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Sexism Isn’t Driving Women to Drink

Gender inequality is a real problem, but it’s not why women are boozing it up

I never thought I’d have to say this, but here we are: The patriarchy isn’t why women like to drink.

In a 3100-word essay originally posted on Medium, then picked up by Quartz and then again, in slightly condensed form, by Vox, writer Kristi Coulter lays out a compelling, well-written and largely off-base manifesto about the connections between pervasive gender inequality and the amount of booze that many American women drink.

“There’s no easy way to be a woman,” Coulter writes, “because, as you may have noticed, there’s no acceptable way to be a woman. And if there’s no acceptable way to be the thing you are, then maybe you drink a little. Or a lot.”

She goes on to describe an experience where she was the only woman on a four-person panel and, predictably, her three male co-panelists blew off her measured response to a question about what it’s like to be a woman working at a tech company.

Instead of telling them, or the audience member who posed the question, what she really thinks — that being a woman in tech involves working “around interruptions and invisibility and microaggressions and a scarcity of role models and a lifetime of [your] own conditioning” — Coulter goes out with her girlfriends for an evening of cocktails, tapas and “talking about the latest crappy, non-gender-blind things that have happened to us in meetings and on business trips and at performance review time.”

For many urban, white-collar women, the anecdote does indeed sound familiar: I was ignored, belittled, or out-and-out harassed by a man; there wasn’t much I could do in response, so I had a drink (or three) about it. So far, so accurate, at least for a certain relatively privileged subset of us.

But there the piece takes a turn. Coulter — who, it should be noted, has quit drinking entirely — rattles off a list of places where she sees women drinking (or being encouraged to drink) in situations that she sees as inappropriate or unhealthy: a baby shower; an afternoon showing of Magic Mike; a yoga studio offering a monthly “Vinyasa & Vino” event; a kitchen shop offering wine tastings paired with a knife-skills class. (That last, admittedly, seems ill-advised no matter how you, um, slice it.)

This is where the essay’s gendered lens starts to make no sense. Yes, many (though not so many) Americans too readily equate any pleasurable event with consuming alcohol, and yes, marketers have gotten wildly inventive with that connection — but men’s money is just as green as women’s, and if you sub in keywords like “beer,” “cigars,” “football” and “bachelor party,” you’ll find any number of comparable events aimed at men. (Pints for Prostates, anyone?)

It is perhaps too glib to counter Coulter’s entire argument with But what about the men?, but their total absence from the essay is baffling. According to Gallup, “Men who drink report consuming 6.2 drinks, on average, in the past week, compared with the 2.2 drinks consumed by women.” If women are drinking because it’s really goddamn hard to be a woman — and it is! — then why are men drinking more?

And Coulter’s gendered case against alcohol consumption grows still more incoherent. “I start to get angry at women,” she writes in the essay’s next section, “…for being so easily mollified by a bottle. For thinking that the right to get as trashed as a man means anything but the right to be as useless. …We can’t afford to live lives we have to fool our own central nervous systems into tolerating.”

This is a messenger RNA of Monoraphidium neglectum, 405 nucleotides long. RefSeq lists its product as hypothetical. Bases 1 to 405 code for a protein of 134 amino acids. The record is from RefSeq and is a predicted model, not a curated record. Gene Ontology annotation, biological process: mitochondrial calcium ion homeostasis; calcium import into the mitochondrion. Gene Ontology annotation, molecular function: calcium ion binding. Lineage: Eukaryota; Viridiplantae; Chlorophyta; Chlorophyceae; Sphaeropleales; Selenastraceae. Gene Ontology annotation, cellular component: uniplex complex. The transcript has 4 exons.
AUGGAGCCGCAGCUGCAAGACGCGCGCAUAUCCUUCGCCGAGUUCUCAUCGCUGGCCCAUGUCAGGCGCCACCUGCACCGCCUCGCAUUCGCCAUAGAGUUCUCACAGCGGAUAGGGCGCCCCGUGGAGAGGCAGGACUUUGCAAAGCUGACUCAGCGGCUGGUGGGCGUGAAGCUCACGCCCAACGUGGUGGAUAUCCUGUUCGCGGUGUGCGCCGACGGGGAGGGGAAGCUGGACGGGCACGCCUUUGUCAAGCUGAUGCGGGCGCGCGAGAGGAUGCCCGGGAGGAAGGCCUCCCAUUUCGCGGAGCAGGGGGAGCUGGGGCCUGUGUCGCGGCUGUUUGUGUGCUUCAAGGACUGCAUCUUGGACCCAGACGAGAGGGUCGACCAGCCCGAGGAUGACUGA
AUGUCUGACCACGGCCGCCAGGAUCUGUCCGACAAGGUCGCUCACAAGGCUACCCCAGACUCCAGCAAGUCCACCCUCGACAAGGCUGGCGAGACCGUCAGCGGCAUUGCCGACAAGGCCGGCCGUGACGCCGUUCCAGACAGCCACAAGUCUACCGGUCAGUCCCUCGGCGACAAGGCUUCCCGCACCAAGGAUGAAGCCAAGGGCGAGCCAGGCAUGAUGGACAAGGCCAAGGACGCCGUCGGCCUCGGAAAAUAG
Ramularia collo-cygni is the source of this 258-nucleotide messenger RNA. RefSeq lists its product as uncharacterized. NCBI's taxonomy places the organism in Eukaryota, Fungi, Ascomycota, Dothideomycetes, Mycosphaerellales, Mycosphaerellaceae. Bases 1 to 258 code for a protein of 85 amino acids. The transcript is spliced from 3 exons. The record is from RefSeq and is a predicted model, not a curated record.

The projection in her argument is infuriating. For the small minority of Americans who are actual alcoholics — as perhaps Coulter is or was; she doesn’t say it in so many words, but she does mention drinking “at least a bottle of wine a night” before she quit — then alcohol may indeed be a buffer against sexism, or at least against feeling quite so angry or depressed about it. For the rest of us, it’s hardly the opiate of the masses. I know quite a lot of feminists who drink, in moderation or otherwise, and a fair few who don’t; we’re all equally exasperated, and equally at a loss.

What is most frustrating is the implication that if only women would stop being lulled into complacency by the siren song of the bottle then we’d start finding answers to the problems that face so many white-collar women (no other type of woman appears in Coulter’s narrative): the pressure to do and be and have everything; the ever-unattainable standards of conventional attractiveness, and the unspoken but pervasive message that adhering to them is our lives’ sole purpose; the never-ending gantlet of subtle slights and direct assaults that constitute Existing While Female.

Coulter admits that, even stone-cold sober, she doesn’t have any solutions: “Work is hard and there’s still no good way to be a girl and I don’t know what to do with my life and I have to actually deal with all of that.”

Here’s the thing: All of that holds just as true whether you spend Saturday night at home with tea and a book or out getting blitzed at the Cabo Cantina. Choosing the former won’t magically eradicate gender inequality; choosing the latter won’t exacerbate it. The patriarchy could disappear tomorrow and those of us who like to drink would surely continue to do so; life is hard even for men (or so I’ve heard), and drinking is inherently pleasurable for many people.

Coulter seems to have one hammer — not drinking alcohol — and she’s decided that every damn problem she sees is a nail. It’s an understandable response to a major lifestyle change, but in this case it’s a dangerously misguided one. Feminists have a lot of battles left to fight; whether we do so clutching a G&T or a Shirley Temple, we’re on the same side.